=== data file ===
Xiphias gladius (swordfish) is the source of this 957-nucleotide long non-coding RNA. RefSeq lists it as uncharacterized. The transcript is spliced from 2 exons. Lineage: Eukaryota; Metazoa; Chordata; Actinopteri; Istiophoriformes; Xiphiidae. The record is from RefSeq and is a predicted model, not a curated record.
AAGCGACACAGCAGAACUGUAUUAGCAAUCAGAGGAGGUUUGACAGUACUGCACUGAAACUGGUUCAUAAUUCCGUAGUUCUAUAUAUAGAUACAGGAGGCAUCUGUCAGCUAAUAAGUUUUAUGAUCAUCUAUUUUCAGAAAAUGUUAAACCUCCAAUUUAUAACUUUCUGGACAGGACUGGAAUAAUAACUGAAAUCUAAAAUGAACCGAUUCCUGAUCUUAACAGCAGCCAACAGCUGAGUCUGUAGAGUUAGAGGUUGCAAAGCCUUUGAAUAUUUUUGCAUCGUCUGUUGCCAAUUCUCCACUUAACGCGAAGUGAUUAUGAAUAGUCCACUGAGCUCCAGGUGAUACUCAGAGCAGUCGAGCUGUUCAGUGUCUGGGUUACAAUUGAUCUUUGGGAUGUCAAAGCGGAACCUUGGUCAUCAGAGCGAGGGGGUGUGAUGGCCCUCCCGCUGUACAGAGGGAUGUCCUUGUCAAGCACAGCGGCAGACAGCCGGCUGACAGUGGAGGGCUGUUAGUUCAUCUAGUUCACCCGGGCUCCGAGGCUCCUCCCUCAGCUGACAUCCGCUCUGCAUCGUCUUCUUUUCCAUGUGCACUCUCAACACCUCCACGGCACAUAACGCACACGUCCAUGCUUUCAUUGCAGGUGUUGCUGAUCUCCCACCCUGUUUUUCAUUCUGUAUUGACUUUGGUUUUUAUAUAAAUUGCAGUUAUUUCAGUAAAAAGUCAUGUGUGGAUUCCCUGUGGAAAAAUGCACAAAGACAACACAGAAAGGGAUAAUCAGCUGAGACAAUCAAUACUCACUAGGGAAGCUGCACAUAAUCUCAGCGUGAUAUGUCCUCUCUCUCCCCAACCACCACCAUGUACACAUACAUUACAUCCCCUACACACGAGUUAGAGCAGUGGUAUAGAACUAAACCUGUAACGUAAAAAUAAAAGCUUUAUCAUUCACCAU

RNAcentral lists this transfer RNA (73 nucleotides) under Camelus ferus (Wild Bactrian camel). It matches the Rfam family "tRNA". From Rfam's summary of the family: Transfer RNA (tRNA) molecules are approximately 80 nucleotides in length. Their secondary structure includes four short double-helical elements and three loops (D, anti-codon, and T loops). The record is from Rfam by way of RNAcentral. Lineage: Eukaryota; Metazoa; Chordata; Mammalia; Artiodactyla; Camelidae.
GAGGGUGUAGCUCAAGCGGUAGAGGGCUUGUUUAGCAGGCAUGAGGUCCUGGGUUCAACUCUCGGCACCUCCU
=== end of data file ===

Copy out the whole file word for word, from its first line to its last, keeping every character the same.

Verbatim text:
Xiphias gladius (swordfish) is the source of this 957-nucleotide long non-coding RNA. RefSeq lists it as uncharacterized. The transcript is spliced from 2 exons. Lineage: Eukaryota; Metazoa; Chordata; Actinopteri; Istiophoriformes; Xiphiidae. The record is from RefSeq and is a predicted model, not a curated record.
AAGCGACACAGCAGAACUGUAUUAGCAAUCAGAGGAGGUUUGACAGUACUGCACUGAAACUGGUUCAUAAUUCCGUAGUUCUAUAUAUAGAUACAGGAGGCAUCUGUCAGCUAAUAAGUUUUAUGAUCAUCUAUUUUCAGAAAAUGUUAAACCUCCAAUUUAUAACUUUCUGGACAGGACUGGAAUAAUAACUGAAAUCUAAAAUGAACCGAUUCCUGAUCUUAACAGCAGCCAACAGCUGAGUCUGUAGAGUUAGAGGUUGCAAAGCCUUUGAAUAUUUUUGCAUCGUCUGUUGCCAAUUCUCCACUUAACGCGAAGUGAUUAUGAAUAGUCCACUGAGCUCCAGGUGAUACUCAGAGCAGUCGAGCUGUUCAGUGUCUGGGUUACAAUUGAUCUUUGGGAUGUCAAAGCGGAACCUUGGUCAUCAGAGCGAGGGGGUGUGAUGGCCCUCCCGCUGUACAGAGGGAUGUCCUUGUCAAGCACAGCGGCAGACAGCCGGCUGACAGUGGAGGGCUGUUAGUUCAUCUAGUUCACCCGGGCUCCGAGGCUCCUCCCUCAGCUGACAUCCGCUCUGCAUCGUCUUCUUUUCCAUGUGCACUCUCAACACCUCCACGGCACAUAACGCACACGUCCAUGCUUUCAUUGCAGGUGUUGCUGAUCUCCCACCCUGUUUUUCAUUCUGUAUUGACUUUGGUUUUUAUAUAAAUUGCAGUUAUUUCAGUAAAAAGUCAUGUGUGGAUUCCCUGUGGAAAAAUGCACAAAGACAACACAGAAAGGGAUAAUCAGCUGAGACAAUCAAUACUCACUAGGGAAGCUGCACAUAAUCUCAGCGUGAUAUGUCCUCUCUCUCCCCAACCACCACCAUGUACACAUACAUUACAUCCCCUACACACGAGUUAGAGCAGUGGUAUAGAACUAAACCUGUAACGUAAAAAUAAAAGCUUUAUCAUUCACCAU

RNAcentral lists this transfer RNA (73 nucleotides) under Camelus ferus (Wild Bactrian camel). It matches the Rfam family "tRNA". From Rfam's summary of the family: Transfer RNA (tRNA) molecules are approximately 80 nucleotides in length. Their secondary structure includes four short double-helical elements and three loops (D, anti-codon, and T loops). The record is from Rfam by way of RNAcentral. Lineage: Eukaryota; Metazoa; Chordata; Mammalia; Artiodactyla; Camelidae.
GAGGGUGUAGCUCAAGCGGUAGAGGGCUUGUUUAGCAGGCAUGAGGUCCUGGGUUCAACUCUCGGCACCUCCU